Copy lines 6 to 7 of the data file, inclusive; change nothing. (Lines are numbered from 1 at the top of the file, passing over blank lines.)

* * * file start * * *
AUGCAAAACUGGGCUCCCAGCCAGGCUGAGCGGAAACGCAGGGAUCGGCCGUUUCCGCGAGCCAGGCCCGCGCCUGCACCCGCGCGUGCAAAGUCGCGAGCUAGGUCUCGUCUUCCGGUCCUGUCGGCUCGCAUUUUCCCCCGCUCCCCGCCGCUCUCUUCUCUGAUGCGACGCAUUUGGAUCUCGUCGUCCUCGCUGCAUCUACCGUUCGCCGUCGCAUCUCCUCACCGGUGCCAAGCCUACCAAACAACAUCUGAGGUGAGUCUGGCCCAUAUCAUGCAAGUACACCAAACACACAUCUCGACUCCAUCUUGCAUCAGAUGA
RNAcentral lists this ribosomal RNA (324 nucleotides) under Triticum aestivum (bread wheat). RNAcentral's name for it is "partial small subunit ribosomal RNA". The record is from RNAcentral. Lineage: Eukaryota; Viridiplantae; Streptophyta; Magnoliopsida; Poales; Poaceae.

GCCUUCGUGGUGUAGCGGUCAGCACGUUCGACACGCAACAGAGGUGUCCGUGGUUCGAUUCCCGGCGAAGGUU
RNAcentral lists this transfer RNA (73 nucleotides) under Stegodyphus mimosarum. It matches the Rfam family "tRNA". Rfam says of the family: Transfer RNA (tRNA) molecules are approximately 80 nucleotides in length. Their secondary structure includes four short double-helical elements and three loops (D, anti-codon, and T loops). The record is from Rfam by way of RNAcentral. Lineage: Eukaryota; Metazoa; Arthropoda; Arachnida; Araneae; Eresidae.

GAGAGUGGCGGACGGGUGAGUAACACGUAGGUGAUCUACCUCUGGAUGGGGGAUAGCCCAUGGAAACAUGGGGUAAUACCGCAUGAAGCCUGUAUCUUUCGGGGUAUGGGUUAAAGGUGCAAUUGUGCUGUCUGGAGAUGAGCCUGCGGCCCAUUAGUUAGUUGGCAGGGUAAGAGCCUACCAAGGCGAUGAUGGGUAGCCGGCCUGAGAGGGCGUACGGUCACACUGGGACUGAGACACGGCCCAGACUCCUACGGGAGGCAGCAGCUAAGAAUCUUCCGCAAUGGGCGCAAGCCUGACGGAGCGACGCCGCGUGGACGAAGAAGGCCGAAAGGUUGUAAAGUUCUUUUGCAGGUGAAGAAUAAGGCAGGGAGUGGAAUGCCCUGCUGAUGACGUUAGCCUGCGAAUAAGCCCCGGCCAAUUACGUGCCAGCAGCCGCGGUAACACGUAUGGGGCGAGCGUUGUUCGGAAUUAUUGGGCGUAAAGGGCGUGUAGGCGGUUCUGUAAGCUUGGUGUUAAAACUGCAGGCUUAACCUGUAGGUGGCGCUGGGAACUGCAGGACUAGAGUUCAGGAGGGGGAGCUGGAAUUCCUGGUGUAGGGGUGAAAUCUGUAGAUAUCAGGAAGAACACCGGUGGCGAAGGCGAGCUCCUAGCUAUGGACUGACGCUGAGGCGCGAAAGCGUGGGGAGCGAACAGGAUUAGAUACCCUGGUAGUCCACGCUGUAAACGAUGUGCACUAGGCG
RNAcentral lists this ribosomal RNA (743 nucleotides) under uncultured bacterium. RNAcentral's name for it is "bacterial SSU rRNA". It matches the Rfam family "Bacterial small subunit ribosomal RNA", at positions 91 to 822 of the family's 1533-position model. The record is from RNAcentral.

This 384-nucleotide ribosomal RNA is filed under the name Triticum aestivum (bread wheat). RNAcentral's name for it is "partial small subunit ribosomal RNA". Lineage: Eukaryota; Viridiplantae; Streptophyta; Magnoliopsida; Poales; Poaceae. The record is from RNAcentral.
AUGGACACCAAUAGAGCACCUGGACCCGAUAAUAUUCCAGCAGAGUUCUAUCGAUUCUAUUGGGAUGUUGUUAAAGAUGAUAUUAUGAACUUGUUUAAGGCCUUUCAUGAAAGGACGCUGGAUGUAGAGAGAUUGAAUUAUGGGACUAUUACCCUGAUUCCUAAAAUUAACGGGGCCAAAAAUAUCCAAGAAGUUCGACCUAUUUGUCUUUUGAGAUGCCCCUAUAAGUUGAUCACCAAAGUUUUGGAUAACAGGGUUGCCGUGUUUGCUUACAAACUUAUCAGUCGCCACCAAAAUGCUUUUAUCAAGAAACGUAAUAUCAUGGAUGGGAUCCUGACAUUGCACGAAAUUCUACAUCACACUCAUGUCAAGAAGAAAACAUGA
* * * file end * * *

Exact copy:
RNAcentral lists this ribosomal RNA (743 nucleotides) under uncultured bacterium. RNAcentral's name for it is "bacterial SSU rRNA". It matches the Rfam family "Bacterial small subunit ribosomal RNA", at positions 91 to 822 of the family's 1533-position model. The record is from RNAcentral.

This 384-nucleotide ribosomal RNA is filed under the name Triticum aestivum (bread wheat). RNAcentral's name for it is "partial small subunit ribosomal RNA". Lineage: Eukaryota; Viridiplantae; Streptophyta; Magnoliopsida; Poales; Poaceae. The record is from RNAcentral.